If you want to play sports in college, you must invest in yourself to achieve your goal. Some investments require money and some require a time commitment, but these investments are in you and for you. It’s actually a combination of the two which will yield the best results. As a high school student athlete you must invest in your athletics, academics and promotion.
Earning a freshman roster spot and a scholarship is extremely difficult in the best case scenario. Athletes and their families who understand what it takes to play sports in college invest heavily in the student in the front end of the process and are rewarded with better offers on the back-end.
· Investing in academics is a time commitment rather than a dollar commitment. Invest the time to get the best possible grades and get rewarded with acceptance to more schools, better scholarship offers and fewer loans. Consider enrolling in SAT/ACT prep courses to help bolster those scores. Put in the extra time to get the GPA as high as possible. Take honors and AP classes in order to get a higher weighted GPA.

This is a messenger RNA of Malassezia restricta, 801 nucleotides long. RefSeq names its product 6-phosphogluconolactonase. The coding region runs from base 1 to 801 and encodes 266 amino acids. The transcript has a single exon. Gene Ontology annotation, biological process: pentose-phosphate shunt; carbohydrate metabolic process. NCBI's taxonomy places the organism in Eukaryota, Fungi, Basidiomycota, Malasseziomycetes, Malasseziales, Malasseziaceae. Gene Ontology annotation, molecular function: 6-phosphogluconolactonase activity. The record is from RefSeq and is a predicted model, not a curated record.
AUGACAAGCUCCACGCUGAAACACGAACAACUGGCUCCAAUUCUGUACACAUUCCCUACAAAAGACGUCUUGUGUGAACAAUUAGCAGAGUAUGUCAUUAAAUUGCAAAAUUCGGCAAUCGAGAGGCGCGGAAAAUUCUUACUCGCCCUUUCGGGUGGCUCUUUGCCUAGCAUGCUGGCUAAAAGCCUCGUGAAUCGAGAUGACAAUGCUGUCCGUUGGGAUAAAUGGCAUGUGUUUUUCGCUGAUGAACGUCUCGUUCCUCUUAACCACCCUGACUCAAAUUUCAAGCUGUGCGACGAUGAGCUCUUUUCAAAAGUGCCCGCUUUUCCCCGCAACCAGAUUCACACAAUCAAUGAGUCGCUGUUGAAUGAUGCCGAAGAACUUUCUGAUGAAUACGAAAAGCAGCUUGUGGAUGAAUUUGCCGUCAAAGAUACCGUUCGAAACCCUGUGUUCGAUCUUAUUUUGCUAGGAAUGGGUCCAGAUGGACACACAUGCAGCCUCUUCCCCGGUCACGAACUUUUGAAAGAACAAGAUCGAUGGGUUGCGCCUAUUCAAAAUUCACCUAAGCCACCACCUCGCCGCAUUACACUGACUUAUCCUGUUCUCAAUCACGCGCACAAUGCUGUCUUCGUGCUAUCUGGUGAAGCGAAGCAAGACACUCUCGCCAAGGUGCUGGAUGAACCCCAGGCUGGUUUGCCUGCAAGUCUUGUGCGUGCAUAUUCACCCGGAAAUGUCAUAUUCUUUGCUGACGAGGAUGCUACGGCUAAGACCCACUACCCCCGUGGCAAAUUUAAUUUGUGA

· Investing in athletics is also a time commitment; time spent at practice and games, time spent in the weight room, time spent training in off-season, time spent traveling to and from games. There is also a cost involved if you play on an AAU, Club or Premier Team. There are club costs, tournament costs, travel and meal costs, and cost for your family members who accompany you to these tournaments. But, this is part of the price you pay if you want to play at the next level.
· Investing in your own promotion is the other major expense. Now that you have built yourself into a competitive student-athlete, it’s time to let coaches know that you are a good student and a good athlete; and they want you on their team. Self-promotion takes time if you choose to do it on your own or there is a financial commitment if you engage a company to assist you. In the end, you will probably get out of it what you put into it. You should assume that coaches will not find you in the local newspapers and will not find your stats on a free website with thousands of other athletes.
Again, you must invest in yourself in order to separate yourself from the pack. Once you earn the freshman roster spot, all of your expenses vanish. The school pays for everything (except maybe shoes). The costs in high school may seem high, but in the big picture they are relatively small because the payoff in the form of a scholarship is huge.